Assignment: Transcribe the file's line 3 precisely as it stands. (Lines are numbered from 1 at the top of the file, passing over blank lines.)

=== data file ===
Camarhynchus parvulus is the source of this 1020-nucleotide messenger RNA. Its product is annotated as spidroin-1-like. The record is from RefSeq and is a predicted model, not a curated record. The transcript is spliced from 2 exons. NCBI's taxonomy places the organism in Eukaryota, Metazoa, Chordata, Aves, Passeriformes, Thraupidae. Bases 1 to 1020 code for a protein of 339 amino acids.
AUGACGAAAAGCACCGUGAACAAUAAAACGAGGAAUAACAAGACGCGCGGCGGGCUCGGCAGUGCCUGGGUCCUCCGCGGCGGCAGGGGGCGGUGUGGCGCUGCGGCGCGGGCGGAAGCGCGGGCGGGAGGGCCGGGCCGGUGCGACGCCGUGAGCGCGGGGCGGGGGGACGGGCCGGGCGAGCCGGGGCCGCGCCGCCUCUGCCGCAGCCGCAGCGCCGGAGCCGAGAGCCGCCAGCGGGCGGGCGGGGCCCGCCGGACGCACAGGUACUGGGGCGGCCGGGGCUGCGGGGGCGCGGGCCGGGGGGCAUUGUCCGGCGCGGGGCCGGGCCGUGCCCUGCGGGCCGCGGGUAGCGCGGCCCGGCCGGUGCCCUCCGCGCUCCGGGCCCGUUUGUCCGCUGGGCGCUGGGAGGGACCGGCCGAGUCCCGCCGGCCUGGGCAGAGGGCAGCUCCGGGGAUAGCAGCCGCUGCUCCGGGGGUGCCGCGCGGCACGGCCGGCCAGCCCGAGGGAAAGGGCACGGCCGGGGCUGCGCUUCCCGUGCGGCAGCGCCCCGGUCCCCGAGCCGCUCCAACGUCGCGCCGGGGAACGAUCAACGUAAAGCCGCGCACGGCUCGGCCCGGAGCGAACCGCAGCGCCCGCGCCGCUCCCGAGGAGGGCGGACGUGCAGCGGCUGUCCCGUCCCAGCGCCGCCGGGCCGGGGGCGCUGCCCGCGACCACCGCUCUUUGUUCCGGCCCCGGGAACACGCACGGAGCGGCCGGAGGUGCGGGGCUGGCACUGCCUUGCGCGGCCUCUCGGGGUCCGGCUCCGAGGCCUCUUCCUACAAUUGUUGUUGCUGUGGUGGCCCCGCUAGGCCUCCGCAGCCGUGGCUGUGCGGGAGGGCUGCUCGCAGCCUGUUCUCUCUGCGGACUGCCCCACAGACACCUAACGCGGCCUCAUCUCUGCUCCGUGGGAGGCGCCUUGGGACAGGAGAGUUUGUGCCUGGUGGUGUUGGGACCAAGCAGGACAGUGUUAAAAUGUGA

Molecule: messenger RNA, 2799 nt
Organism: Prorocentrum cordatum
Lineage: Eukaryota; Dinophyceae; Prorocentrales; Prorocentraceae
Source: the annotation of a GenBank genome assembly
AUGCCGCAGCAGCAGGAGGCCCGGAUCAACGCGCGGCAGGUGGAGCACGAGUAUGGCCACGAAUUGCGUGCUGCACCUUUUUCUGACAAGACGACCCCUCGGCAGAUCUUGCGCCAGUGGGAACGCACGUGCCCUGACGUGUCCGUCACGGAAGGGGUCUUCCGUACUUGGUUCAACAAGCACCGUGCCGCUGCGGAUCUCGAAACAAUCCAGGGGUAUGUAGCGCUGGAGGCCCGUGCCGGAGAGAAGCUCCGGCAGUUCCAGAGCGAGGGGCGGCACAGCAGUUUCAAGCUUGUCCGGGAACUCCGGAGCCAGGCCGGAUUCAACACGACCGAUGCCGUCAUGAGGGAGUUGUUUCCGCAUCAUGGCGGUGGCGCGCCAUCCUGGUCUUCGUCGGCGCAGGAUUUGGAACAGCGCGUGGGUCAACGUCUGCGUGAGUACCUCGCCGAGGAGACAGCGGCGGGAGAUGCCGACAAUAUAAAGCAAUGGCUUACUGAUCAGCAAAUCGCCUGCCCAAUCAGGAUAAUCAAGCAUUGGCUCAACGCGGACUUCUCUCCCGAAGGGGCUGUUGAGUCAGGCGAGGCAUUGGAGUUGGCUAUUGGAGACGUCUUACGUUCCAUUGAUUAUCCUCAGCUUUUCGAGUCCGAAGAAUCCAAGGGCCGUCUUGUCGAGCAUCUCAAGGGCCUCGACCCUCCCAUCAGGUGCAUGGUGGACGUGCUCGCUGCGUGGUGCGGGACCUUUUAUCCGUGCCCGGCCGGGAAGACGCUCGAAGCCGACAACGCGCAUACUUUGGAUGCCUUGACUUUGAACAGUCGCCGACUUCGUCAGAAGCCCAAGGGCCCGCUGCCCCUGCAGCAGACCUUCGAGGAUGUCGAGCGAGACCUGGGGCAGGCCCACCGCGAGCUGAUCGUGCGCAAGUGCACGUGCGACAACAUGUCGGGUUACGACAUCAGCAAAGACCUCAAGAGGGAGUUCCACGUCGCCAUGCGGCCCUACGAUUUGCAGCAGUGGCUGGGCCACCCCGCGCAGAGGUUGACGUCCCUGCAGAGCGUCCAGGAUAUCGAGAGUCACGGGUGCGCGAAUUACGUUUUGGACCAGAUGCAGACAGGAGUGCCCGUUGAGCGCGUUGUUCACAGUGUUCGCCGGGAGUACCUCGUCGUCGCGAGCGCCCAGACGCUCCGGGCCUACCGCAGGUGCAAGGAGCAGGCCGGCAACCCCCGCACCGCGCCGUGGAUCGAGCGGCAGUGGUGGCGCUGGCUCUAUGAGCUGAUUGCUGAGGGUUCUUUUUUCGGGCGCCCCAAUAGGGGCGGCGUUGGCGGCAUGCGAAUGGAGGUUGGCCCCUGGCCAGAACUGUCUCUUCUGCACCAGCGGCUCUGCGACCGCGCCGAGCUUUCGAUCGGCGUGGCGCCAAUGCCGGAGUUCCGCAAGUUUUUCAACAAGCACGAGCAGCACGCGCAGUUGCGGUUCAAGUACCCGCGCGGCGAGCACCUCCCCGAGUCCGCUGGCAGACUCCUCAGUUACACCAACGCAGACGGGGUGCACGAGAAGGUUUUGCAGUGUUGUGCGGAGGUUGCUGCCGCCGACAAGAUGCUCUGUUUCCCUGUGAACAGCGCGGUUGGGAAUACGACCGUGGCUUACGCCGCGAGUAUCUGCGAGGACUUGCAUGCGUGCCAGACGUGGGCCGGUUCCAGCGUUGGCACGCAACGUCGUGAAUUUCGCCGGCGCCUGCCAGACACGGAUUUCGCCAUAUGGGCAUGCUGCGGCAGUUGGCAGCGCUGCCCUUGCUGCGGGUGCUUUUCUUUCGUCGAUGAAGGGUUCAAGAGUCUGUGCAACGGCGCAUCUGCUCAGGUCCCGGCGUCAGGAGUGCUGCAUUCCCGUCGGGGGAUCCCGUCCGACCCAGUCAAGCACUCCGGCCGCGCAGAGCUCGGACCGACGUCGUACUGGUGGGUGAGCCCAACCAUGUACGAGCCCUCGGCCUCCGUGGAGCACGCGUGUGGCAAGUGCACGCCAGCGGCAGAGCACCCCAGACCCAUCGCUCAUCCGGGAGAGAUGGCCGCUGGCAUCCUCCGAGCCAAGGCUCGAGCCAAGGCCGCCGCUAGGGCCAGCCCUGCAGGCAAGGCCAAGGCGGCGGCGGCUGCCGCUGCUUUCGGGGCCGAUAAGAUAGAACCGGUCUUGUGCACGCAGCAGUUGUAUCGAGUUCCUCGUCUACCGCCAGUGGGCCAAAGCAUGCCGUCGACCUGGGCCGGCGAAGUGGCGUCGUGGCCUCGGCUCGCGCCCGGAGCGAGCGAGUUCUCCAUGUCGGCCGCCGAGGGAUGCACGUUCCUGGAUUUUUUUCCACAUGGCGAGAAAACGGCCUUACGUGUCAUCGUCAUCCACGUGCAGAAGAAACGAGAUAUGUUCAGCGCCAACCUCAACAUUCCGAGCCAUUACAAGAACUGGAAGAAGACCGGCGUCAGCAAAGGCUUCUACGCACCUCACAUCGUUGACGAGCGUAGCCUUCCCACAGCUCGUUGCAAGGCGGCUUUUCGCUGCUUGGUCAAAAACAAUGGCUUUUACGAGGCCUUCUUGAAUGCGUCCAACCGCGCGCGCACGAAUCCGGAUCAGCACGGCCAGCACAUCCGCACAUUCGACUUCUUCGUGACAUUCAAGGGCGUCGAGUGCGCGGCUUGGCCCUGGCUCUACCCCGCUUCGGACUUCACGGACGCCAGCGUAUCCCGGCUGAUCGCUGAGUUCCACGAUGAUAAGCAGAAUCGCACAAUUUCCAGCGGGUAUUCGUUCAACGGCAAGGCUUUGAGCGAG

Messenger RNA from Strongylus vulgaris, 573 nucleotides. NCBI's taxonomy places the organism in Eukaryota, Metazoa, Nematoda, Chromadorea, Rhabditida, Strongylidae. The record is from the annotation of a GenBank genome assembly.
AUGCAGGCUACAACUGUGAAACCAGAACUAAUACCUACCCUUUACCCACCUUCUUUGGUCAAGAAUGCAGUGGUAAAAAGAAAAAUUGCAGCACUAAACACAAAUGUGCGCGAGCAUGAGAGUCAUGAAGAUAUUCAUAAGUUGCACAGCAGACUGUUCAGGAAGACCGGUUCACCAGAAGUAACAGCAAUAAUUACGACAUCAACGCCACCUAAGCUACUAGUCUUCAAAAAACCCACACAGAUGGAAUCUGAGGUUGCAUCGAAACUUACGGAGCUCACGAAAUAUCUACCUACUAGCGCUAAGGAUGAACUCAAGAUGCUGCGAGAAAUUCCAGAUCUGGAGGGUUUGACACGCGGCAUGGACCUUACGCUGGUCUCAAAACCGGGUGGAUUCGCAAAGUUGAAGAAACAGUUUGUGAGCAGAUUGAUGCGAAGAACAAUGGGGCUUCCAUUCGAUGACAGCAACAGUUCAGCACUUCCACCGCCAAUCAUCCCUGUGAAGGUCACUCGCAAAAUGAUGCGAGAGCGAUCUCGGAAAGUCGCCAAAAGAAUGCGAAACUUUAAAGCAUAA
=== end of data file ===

Molecule: messenger RNA, 2799 nt